If I could time travel, I would want to live in pre-colonial Zimbabwe, particularly the Munhumutapa Kingdom. This is in the 16th century. This was a large kingdom that covered Zimbabwe, Zambia, Lesotho, Mozambique, Swaziland and South Africa.
I romanticise this period because of the books written on this period and I often imagine I would have been a brave warrior. Truth is as a woman I would not have had any rights I have now and the men would have decided what was right for me or sold me or settled a debt with me. A truth that I can ignore in my imagination. By all accounts, it looks like this was a well-organised kingdom with a stable economy. What really fascinates me is how they were able to build structures like Great Zimbabwe without any formal education. Or how they were able to trade and communicate with the Portuguese or find minerals like gold and iron without all the tools that you need today. Unfortunately, we do not have a lot that was written by the Shona people on what it was like, the norm was to rely on spirit mediums to relay oral history.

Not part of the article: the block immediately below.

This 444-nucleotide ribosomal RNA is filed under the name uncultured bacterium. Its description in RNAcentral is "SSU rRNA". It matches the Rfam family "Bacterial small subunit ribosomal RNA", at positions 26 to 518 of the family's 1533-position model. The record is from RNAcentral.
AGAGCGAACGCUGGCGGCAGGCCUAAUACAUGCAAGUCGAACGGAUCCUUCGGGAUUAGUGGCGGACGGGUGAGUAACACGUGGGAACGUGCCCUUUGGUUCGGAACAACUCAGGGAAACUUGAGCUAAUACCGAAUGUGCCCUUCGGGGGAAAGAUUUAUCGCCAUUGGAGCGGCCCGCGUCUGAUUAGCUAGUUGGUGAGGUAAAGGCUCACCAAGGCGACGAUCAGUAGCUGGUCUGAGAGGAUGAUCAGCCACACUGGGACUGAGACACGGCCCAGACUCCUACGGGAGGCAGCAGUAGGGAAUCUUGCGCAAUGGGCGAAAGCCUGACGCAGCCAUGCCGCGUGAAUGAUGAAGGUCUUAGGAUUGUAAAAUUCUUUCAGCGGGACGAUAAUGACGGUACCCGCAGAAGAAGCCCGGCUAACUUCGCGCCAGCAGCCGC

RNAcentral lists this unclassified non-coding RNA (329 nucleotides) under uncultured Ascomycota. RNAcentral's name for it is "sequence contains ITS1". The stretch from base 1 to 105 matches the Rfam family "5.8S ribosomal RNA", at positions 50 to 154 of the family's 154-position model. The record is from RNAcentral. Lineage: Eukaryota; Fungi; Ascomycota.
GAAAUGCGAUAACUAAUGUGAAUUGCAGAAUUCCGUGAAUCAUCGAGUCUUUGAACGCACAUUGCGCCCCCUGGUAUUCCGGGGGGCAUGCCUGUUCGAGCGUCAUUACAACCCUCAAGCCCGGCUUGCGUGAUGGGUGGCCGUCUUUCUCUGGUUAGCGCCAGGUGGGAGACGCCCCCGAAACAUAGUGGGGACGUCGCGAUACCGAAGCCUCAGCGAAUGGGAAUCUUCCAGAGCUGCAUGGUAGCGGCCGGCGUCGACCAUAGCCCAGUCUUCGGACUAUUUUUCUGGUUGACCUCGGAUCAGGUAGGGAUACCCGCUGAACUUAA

I am persuaded that through trade with the Portuguese is how we got things like maize and peanuts into our diets. I wonder how the maize would cascade from the king to the ordinary people and how much clout the person who designed tools like duri, mutswi and so on got. I am convinced it was women who designed the tools and the men would carve them out of stone or wood. Without books or the internet, I also wonder how new recipes were shared? I know there was a list of food you were not supposed to cook for your husband before going to war which I guess would come from the commanders.
Going into the Portuguese aisle I always look for food that is familiar. It is where I used to buy Cerelac for Leo when he was a baby as well as maize for mangai. Next to the maize are the corn nuts. I tried and it tasted so much like maputi but softer.
The Portuguese make their maputi or corn nuts by frying or roasting the maize kernels. The maize kernels are soaked overnight. Soaking the maize helps it puff up more resulting in soft maputi and the oil helps the seasoning stick better.Here is the full recipe:
- 1 lb dried maize kernels
- 4 cups water
- 2 cups peanut oil
- 3 tablespoons finely crushed salt
- Sort dried kernels and soak in water overnight.
- Drain, pat kernels dry, and let air dry about an hour.
- Heat oil to around 350 degrees.
- Add kernels, in small batches, and cook until golden brown- about 10 minutes.
- Remove and place in paper towel lined bowl and season while still warm.
- Serve warm or cold.